Is It Time To Lay Scrolljacking To Rest?

Scrolljacking Over the last couple of years, web design has homogenized around a small set of tropes — one-page sites, full-bleed images, parallax scrolling, and what’s come to be known as scrolljacking. I’ve loved many of the sites that adopted this set of design trends, but scrolljacking has never been on my list of things to admire about a site’s design.

I’m not going to single out any particular site, but I’m sure you’ve all experienced a site with scrolljacking. You click on a link and are taken to a site that looks beautiful. You scroll down to see more, only to find that your mouse or trackpad is malfunctioning. The page jerks about or scrolls in slow motion. It doesn’t stop moving when you stop scrolling. Sometimes you scroll and everything disappears from the screen; you have to keep scrolling until content reappears. And sometimes instead of scrolling top to bottom; the whole page lurches sideways!

From the designers’ perspective, taking over scrolling allows them to craft a user’s experience — they want the user to view the site in a particular way. A way that is often more akin to a presentation than a traditional website. Scrolljacking can be used to good effect, but it’s problematic. In this article I’d like to make the case against scrolljacking. If you disagree, feel free to tell me why I’m wrong in the comments below.

Scrolljacking Is Bad For Mobile Users

Pages that use scrolljacking tend to be image and JavaScript heavy, which means they take a long time to load, especially on mobile. That’s a problem in itself, but it’s made much worse by scrolljacking because the scroll functionality usually doesn’t work well until all of the assets have loaded. Often a user will see some content, try to scroll, and because required assets haven’t loaded, they’ll be unable to move within the page or be presented with an empty space.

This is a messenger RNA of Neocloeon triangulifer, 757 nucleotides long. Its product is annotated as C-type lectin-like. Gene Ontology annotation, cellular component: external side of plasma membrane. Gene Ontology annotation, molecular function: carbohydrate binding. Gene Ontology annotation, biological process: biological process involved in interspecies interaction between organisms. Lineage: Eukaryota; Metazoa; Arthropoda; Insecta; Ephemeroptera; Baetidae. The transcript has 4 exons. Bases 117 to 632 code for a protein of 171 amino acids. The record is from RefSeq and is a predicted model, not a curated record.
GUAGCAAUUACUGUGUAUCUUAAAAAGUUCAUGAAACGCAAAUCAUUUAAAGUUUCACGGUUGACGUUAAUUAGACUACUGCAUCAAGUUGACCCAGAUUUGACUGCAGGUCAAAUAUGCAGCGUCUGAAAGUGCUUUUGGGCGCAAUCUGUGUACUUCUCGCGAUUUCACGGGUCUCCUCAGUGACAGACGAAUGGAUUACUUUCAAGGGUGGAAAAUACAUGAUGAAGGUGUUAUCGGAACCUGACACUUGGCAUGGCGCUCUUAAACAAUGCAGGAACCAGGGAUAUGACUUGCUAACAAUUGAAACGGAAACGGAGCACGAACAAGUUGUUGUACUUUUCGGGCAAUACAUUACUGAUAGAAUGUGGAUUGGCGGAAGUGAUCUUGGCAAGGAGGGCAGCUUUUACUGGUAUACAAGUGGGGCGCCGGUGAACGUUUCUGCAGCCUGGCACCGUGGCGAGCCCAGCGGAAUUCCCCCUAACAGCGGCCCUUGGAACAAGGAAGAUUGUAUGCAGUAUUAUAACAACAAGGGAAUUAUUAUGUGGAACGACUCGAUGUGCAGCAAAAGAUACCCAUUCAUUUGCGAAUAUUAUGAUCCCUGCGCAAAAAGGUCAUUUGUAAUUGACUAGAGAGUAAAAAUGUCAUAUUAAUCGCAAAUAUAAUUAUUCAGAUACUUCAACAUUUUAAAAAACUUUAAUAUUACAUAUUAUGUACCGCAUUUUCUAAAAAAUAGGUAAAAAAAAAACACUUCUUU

Scrolljacking Is Bad For Accessibility

Many users with accessibility issues navigate sites with screen readers and the keyboard. It is possible to implement scrolljacking in an accessibility-friendly way, but it’s difficult and many scrolljacking sites are not keyboard friendly.

Shaumik Daityari has addressed this issue on Sitepoint, finding that:

“It’s almost impossible to navigate through the keyboard because of two issues. One, there is no visible focus when I tab through the keyboard. Secondly, the elements that are selected through the keyboard are not in the same sequence as compared to the mouse scrolling.”

Bold design that challenges the status quo is important, but, in 2015, scrolljacking isn’t all that bold, and it prevents a significant number of users from being able to use web pages properly.

Scrolljacking Is Bad For Everyone

We interact with the web through our browsers, and there are time-hallowed user-interface paradigms that everyone who uses the web expects to be in place on every site. One example is the effect that right-clicking has: it should always bring up a context menu. Sites that attempt to stop the context menu overstep and break one of the fundamental user interface constants of the web. The same is true of scrolling. We know how scrolling works. We know what is supposed to happen. It’s part of our muscle memory, and it degrades our experience when our browsers behave in unexpected ways. Scrolljacking is simply rude.

Robin Rendle puts scrolljacking in its place when he says:

“Scrolljacking, as I shall now refer to it both sarcastically and honestly, is a failure of the web designer’s first objective; it attacks a standardized pattern and greedily assumes control over the user’s input.”

I take some solace from the apparent decline of scrolljacking on sites like Apple’s, which was one the horses pulling this particular bandwagon along, but there is still enough enthusiasm for the idea that new examples of scrolljacking proliferate.

As I said earlier, I’d love to hear what you think about the scrolljacking trend. Do you think my objections are overblown, or do you dislike scrolljacking as much as I do? Let me know in the comments.

Matthew Davis is a technical writer and Linux geek for Future Hosting.

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